House Panel Clears Self-Driving-Car Bill
The Wall Street Journal.
Jul 27, 2017
A U.S. House panel approved legislation regarding self-driving cars, a significant step aimed at clarifying the rules of the road for manufacturers developing vehicles that pilot themselves.
The U.S. House Energy and Commerce Committee cleared the bill, which would bar states from setting driverless-car rules that conflict with federal standards, on a 54-0 vote Thursday morning. Auto makers have been concerned about a patchwork of state-by-state driverless-car regulations.
The legislation would require companies to submit safety-assessment certifications to U.S. regulators—a practice already urged in automated-vehicle policy, but that lacks legal force—and then prevent the federal government from halting the deployment or testing of automated vehicles while the assessment is reviewed.
The bill also eventually would allow exemptions from existing U.S. safety regulations to companies that deploy up to 100,000 vehicles each. The legislation would require a publicly searchable database of each exempted vehicle. The exemptions are intended to prevent delays in technological advancements that could improve vehicle safety.
U.S. officials spanning the Obama and Trump administrations have been attempting to balance safety concerns with rapid technological development among self-driving-car makers.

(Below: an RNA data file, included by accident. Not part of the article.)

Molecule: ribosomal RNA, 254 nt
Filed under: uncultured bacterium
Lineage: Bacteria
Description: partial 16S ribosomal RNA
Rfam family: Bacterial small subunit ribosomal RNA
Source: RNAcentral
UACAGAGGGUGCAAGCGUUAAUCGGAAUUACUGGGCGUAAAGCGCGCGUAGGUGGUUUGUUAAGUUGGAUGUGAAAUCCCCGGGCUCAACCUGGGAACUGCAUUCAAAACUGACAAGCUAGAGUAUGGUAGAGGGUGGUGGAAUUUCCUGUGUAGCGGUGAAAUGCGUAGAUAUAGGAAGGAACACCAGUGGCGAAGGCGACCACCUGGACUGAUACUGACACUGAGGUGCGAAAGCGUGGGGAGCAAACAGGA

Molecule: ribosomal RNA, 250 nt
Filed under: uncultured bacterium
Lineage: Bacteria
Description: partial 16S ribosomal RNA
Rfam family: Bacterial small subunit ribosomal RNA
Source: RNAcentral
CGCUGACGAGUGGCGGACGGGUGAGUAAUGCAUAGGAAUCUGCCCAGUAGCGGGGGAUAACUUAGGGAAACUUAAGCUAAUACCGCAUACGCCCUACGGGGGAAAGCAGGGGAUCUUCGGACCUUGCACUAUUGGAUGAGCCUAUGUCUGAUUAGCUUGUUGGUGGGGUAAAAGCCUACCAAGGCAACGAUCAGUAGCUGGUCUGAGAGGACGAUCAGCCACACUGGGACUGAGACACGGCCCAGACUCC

Driverless cars are expected to aid the elderly and disabled, ease congestion and pollution, and cut traffic fatalities, 94% of which are attributed to human error, according to government officials and industry experts. Current U.S. safety standards cover vehicles with human drivers, and the bill would require the transportation secretary to eventually present lawmakers with a plan for developing rules addressing self-driving cars.
Auto makers have been selling vehicles with semiautonomous features—including automatic emergency braking and adaptive cruise control—and are racing to master cars and trucks that can operate without input from a driver.
The exemptions from existing U.S. safety standards in the bill would initially be capped at 25,000 vehicles for each company in the first year before climbing to 100,000 a piece over three years. Car makers would have to demonstrate their vehicles’ safety to receive the exemption.
The bill also requires that vehicles eventually have an alarm system alerting motorists to check rear seats when shutting down the engine, which is intended to reduce the number of children left unattended in cars.
While the bill would bar states from setting their own driverless-car rules, the states would still keep traditional powers to address matters such as licenses, safety and emissions inspections and crash investigations, under the legislation’s parameters. It also attempts to clarify that it doesn’t pre-empt state dealer-franchise laws.
The legislation still needs to clear the full House, with a vote expected as soon as September, and then be reconciled with any similar Senate bill before heading to President Donald Trump’s desk, which could take a number of months.
How do you feel about driverless vehicles? My one big questions is when there is an accident who's fault will it be? At this point the technology is based on "if " & "then" algorihms. At some point the algorithm will instruct to make the least fatal mistake - so again who is to blame?